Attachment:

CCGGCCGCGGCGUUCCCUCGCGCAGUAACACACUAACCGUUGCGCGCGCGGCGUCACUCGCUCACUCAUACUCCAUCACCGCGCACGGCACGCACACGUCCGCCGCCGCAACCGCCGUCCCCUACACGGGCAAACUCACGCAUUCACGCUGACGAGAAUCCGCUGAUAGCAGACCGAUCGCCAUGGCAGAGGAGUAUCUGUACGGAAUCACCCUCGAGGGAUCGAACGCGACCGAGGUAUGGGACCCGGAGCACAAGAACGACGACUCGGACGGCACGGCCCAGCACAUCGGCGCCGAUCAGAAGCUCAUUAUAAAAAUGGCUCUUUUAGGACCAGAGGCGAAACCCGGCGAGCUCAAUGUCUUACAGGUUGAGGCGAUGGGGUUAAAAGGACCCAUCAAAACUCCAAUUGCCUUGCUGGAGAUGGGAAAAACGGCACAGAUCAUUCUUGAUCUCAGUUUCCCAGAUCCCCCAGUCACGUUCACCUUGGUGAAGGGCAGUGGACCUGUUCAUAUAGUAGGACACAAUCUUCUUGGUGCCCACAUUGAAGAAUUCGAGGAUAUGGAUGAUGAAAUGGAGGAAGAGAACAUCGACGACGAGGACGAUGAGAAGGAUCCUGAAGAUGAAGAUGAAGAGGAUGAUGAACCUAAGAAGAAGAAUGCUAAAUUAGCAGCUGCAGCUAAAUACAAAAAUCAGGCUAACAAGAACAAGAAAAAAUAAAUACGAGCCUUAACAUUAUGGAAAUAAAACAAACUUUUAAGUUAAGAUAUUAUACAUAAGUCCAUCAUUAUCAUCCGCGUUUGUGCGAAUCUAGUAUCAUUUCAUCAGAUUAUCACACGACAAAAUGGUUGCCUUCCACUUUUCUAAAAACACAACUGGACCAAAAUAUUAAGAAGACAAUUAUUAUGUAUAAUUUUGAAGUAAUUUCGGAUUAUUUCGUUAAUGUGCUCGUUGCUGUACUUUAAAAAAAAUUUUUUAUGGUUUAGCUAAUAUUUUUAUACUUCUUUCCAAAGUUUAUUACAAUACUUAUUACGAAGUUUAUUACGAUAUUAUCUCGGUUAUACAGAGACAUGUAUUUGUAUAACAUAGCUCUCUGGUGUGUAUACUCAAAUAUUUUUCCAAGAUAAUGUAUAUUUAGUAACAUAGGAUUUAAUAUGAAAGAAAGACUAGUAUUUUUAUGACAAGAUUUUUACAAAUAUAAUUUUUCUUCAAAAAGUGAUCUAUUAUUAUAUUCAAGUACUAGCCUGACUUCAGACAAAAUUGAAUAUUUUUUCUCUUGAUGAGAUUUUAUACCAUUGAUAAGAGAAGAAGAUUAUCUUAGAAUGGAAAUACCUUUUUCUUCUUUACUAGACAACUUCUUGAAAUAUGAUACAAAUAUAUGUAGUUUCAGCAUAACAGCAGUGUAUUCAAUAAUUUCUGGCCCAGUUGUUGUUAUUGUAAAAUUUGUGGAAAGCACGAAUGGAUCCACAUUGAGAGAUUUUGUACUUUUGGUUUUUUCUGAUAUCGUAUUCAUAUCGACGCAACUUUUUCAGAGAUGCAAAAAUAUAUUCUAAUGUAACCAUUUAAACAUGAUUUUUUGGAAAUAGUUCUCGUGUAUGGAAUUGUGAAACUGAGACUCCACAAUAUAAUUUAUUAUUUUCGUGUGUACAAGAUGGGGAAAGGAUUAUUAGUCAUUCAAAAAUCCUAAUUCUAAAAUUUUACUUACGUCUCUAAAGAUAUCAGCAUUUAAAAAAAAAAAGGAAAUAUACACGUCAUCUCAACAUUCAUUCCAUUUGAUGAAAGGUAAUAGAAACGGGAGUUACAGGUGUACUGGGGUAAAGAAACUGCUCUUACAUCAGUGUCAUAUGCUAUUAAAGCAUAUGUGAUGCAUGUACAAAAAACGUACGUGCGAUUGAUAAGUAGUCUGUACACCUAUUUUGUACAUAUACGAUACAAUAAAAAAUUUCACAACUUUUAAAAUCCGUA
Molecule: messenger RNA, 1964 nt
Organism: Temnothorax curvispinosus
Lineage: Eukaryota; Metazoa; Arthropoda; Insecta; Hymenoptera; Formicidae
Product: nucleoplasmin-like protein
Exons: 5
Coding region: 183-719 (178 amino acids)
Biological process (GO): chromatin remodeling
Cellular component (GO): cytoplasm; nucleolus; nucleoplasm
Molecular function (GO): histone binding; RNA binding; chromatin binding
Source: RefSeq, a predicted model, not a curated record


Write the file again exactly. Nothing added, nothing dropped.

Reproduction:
CCGGCCGCGGCGUUCCCUCGCGCAGUAACACACUAACCGUUGCGCGCGCGGCGUCACUCGCUCACUCAUACUCCAUCACCGCGCACGGCACGCACACGUCCGCCGCCGCAACCGCCGUCCCCUACACGGGCAAACUCACGCAUUCACGCUGACGAGAAUCCGCUGAUAGCAGACCGAUCGCCAUGGCAGAGGAGUAUCUGUACGGAAUCACCCUCGAGGGAUCGAACGCGACCGAGGUAUGGGACCCGGAGCACAAGAACGACGACUCGGACGGCACGGCCCAGCACAUCGGCGCCGAUCAGAAGCUCAUUAUAAAAAUGGCUCUUUUAGGACCAGAGGCGAAACCCGGCGAGCUCAAUGUCUUACAGGUUGAGGCGAUGGGGUUAAAAGGACCCAUCAAAACUCCAAUUGCCUUGCUGGAGAUGGGAAAAACGGCACAGAUCAUUCUUGAUCUCAGUUUCCCAGAUCCCCCAGUCACGUUCACCUUGGUGAAGGGCAGUGGACCUGUUCAUAUAGUAGGACACAAUCUUCUUGGUGCCCACAUUGAAGAAUUCGAGGAUAUGGAUGAUGAAAUGGAGGAAGAGAACAUCGACGACGAGGACGAUGAGAAGGAUCCUGAAGAUGAAGAUGAAGAGGAUGAUGAACCUAAGAAGAAGAAUGCUAAAUUAGCAGCUGCAGCUAAAUACAAAAAUCAGGCUAACAAGAACAAGAAAAAAUAAAUACGAGCCUUAACAUUAUGGAAAUAAAACAAACUUUUAAGUUAAGAUAUUAUACAUAAGUCCAUCAUUAUCAUCCGCGUUUGUGCGAAUCUAGUAUCAUUUCAUCAGAUUAUCACACGACAAAAUGGUUGCCUUCCACUUUUCUAAAAACACAACUGGACCAAAAUAUUAAGAAGACAAUUAUUAUGUAUAAUUUUGAAGUAAUUUCGGAUUAUUUCGUUAAUGUGCUCGUUGCUGUACUUUAAAAAAAAUUUUUUAUGGUUUAGCUAAUAUUUUUAUACUUCUUUCCAAAGUUUAUUACAAUACUUAUUACGAAGUUUAUUACGAUAUUAUCUCGGUUAUACAGAGACAUGUAUUUGUAUAACAUAGCUCUCUGGUGUGUAUACUCAAAUAUUUUUCCAAGAUAAUGUAUAUUUAGUAACAUAGGAUUUAAUAUGAAAGAAAGACUAGUAUUUUUAUGACAAGAUUUUUACAAAUAUAAUUUUUCUUCAAAAAGUGAUCUAUUAUUAUAUUCAAGUACUAGCCUGACUUCAGACAAAAUUGAAUAUUUUUUCUCUUGAUGAGAUUUUAUACCAUUGAUAAGAGAAGAAGAUUAUCUUAGAAUGGAAAUACCUUUUUCUUCUUUACUAGACAACUUCUUGAAAUAUGAUACAAAUAUAUGUAGUUUCAGCAUAACAGCAGUGUAUUCAAUAAUUUCUGGCCCAGUUGUUGUUAUUGUAAAAUUUGUGGAAAGCACGAAUGGAUCCACAUUGAGAGAUUUUGUACUUUUGGUUUUUUCUGAUAUCGUAUUCAUAUCGACGCAACUUUUUCAGAGAUGCAAAAAUAUAUUCUAAUGUAACCAUUUAAACAUGAUUUUUUGGAAAUAGUUCUCGUGUAUGGAAUUGUGAAACUGAGACUCCACAAUAUAAUUUAUUAUUUUCGUGUGUACAAGAUGGGGAAAGGAUUAUUAGUCAUUCAAAAAUCCUAAUUCUAAAAUUUUACUUACGUCUCUAAAGAUAUCAGCAUUUAAAAAAAAAAAGGAAAUAUACACGUCAUCUCAACAUUCAUUCCAUUUGAUGAAAGGUAAUAGAAACGGGAGUUACAGGUGUACUGGGGUAAAGAAACUGCUCUUACAUCAGUGUCAUAUGCUAUUAAAGCAUAUGUGAUGCAUGUACAAAAAACGUACGUGCGAUUGAUAAGUAGUCUGUACACCUAUUUUGUACAUAUACGAUACAAUAAAAAAUUUCACAACUUUUAAAAUCCGUA
Molecule: messenger RNA, 1964 nt
Organism: Temnothorax curvispinosus
Lineage: Eukaryota; Metazoa; Arthropoda; Insecta; Hymenoptera; Formicidae
Product: nucleoplasmin-like protein
Exons: 5
Coding region: 183-719 (178 amino acids)
Biological process (GO): chromatin remodeling
Cellular component (GO): cytoplasm; nucleolus; nucleoplasm
Molecular function (GO): histone binding; RNA binding; chromatin binding
Source: RefSeq, a predicted model, not a curated record